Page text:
Montana cattle susceptible to weed poisoning in drought
MONTANA LIVING — A severe drought in Montana is pushing cattle closer to reservoirs, and a poisonous plant awaits them there, officials at Montana State University say.
Due to the extended drought in Montana, water availability in many areas has become severely limited. Reservoirs have dried up and are becoming covered in weeds. Montana State University Extension educators are cautioning livestock managers to evaluate weed feed and grazing land for nitrate toxicity during drought.
“Due to the severe drought, weeds have become prevalent across pastures and many producers are limited in their cattle movement this year,” Custer County Extension Agent Mike Schuldt said.Although weeds can be high in protein and energy for livestock, caution should be used when cattle are grazing weedy areas or are fed weedy hay, according to Megan Van Emon, Extension Beef Cattle Specialist.
Rocky Mountain goosefoot
Some weeds, including kochia, prostrate knotweed, Rocky Mountain Goosefoot and Lambs Quarter, accumulate nitrate during draught conditions. These weeds may be the only green feed available, and livestock often gravitate to green areas to graze. Recently, Schuldt and Van Emon investigated a weedy reservoir and collected samples for nitrates.
When analyzed through a nitrate strip test, the Rocky Mountain Goosefoot had approximately 50,000 ppm of nitrate and the Lambs Quarter and knotweed had approximately 10,000 ppm of nitrate. Van Emon said these levels are extremely high and should not be fed to livestock. Nitrate Strip Tests are available at MSU Extension county offices.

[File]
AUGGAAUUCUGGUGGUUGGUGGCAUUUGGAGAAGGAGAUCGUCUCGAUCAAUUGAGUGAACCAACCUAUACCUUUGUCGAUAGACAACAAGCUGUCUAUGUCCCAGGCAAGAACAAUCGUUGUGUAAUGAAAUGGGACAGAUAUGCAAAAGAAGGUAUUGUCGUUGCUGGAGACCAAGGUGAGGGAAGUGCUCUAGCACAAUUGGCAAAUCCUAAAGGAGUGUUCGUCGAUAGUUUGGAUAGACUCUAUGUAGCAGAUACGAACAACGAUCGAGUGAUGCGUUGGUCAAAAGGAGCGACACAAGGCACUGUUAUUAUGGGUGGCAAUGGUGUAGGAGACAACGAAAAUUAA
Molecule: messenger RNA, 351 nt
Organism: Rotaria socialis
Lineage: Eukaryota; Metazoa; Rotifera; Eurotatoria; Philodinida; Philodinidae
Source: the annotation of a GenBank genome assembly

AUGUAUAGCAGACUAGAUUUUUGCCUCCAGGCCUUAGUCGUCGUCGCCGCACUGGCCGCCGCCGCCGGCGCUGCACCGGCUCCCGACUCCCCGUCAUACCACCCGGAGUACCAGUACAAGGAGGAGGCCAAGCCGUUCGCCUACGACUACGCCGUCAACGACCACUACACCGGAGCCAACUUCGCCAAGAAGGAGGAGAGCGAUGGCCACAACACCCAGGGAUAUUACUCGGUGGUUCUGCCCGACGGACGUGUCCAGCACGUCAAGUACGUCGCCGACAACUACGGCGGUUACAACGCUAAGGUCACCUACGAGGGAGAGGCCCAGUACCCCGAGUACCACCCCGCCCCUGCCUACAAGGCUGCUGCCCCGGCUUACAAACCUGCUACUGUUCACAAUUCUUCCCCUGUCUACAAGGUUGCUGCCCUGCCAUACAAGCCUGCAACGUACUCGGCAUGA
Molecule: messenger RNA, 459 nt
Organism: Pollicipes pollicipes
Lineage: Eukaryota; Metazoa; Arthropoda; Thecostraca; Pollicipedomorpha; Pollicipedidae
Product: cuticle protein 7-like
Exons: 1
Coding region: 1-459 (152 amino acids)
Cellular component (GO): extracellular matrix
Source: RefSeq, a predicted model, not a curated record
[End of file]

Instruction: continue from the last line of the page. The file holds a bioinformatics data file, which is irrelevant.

“These weeds were extremely worrisome due to their ability to accumulate nitrates, and this became more apparent after we watched a cow grazing in the area and eating the Rocky Mountain Goosefoot,” Van Emon said. “The producer indicated that these weeds are normally not present and when traveling through the pasture, the Goosefoot and Lambs Quarter were not observed anywhere other than the dried reservoir.”Ideally, feed or grazing pasture for livestock should contain less than 1,500 ppm of nitrate, said Van Emon.
As the concentration of nitrate increases, more risk is associated with providing those feeds to livestock. Van Emon recommends keeping livestock away from feed that has nitrate concentrations over 10,000 ppm.“The recommendation to the producer was to remove the cattle from the area of concern or fence off the reservoir to reduce the risk of cattle grazing the weeds,” Schuldt said.
Nitrate concentrations at that level are concerning and nitrate toxicity symptoms and death can occur rapidly.
Symptoms of nitrate toxicity in livestock include labored breathing, muscle tremors, weakness and staggering gait. If these symptoms are observed, remove the nitrate-containing feed or move the livestock out of the pasture and contact a veterinarian for a treatment plan right away.
When moving cattle from a high-nitrate feed area, move them slowly, as moving livestock too quickly can exacerbate the symptoms.